A core concept of Docker containers is their configuration via a Dockerfile. Briefly, the Dockerfile contains a set of instructions which is used to build an image. You then create containers from this image. Starting a container brings up a ‘containerised’ OS which you can use as your development environment.
Think of an image as a blueprint for a container. Containers are created from images, which can then be run in isolation from each other.
We’ll be using a Dockerfile to create an image with the MEAN software stack installed, which we can then create a dev container from, which will allow us to run our project.
Project source code
To follow along with this tutorial, download the source code from this GitHub repository. The code was scaffolded by the angular-fullstack generator, with a few small tweaks to be compatible with a Docker-based project.
The most interesting part of the source (for this tutorial) is the Dockerfile:
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Briefly, this Dockerfile will generate an image:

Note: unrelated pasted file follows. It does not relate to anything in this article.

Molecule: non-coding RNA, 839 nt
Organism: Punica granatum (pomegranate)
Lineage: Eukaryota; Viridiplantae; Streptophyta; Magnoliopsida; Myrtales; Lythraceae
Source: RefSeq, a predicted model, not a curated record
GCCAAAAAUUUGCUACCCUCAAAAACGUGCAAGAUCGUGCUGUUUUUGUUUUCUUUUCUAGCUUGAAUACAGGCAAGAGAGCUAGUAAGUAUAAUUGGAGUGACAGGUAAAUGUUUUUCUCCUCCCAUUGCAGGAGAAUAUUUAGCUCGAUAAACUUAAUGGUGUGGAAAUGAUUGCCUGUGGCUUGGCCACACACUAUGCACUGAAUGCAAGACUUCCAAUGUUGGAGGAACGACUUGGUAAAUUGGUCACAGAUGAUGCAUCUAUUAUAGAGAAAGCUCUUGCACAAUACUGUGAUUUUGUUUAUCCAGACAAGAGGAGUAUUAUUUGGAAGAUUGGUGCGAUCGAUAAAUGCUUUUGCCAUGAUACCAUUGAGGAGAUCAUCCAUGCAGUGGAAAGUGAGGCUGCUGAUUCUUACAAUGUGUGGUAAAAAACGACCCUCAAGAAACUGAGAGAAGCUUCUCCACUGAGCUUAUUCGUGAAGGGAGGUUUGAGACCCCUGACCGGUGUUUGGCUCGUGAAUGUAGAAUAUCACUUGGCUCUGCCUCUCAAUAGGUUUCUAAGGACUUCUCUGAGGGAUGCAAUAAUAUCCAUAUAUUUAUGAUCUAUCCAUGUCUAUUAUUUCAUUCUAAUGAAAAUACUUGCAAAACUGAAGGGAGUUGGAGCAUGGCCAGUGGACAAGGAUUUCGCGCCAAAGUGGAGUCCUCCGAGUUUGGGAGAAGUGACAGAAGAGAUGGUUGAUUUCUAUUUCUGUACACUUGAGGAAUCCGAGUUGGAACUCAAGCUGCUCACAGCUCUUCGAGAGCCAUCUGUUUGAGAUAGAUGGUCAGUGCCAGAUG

- Based on the core node.js 0.12 image
- With MongoDB and grunt installed
- With the
/home/dev/srcfolder set as the working directory
- With a newly created non-root user,
- Which starts the mongod daemon and drops to a bash prompt under the
devuser when a container created from this image is started.
mongod daemon is started with the following options:
--fork: ensures the daemon runs in the background
--logpath: sets the log path to the correct file
--logappend: ensures that the logfile is appended to on subsequent loading of the container
--smallfiles: reduces the size of the generated MongoDB data files from 3GB to 512MB. This is a good trade-off since we’ll only be using the database for development work, and hence saves drive space.
Note that we could wrap these options in a config file, or even install MongoDB via
apt-get. I’ve chosen this method due to its simplicity.
The eagle-eyed reader will have noticed that we are using a single Docker image, bundling MongoDB and node together. While this is a good approach for development, so that the dev environment can be completely isolated, it is not recommended to combine your database and software runtime in a single image for production use. Instead, in this case you should separate these out into different containers, and link them together. This is so that each can be individually scaled and monitored as necessary.
Create and run docker container
Now we can build our image, and create a container which will run the app.
Note: you may need to run the
docker commands below with
- Build the image:
This builds the image and tags it as
- Create the container from the image:
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Here is a description of this command: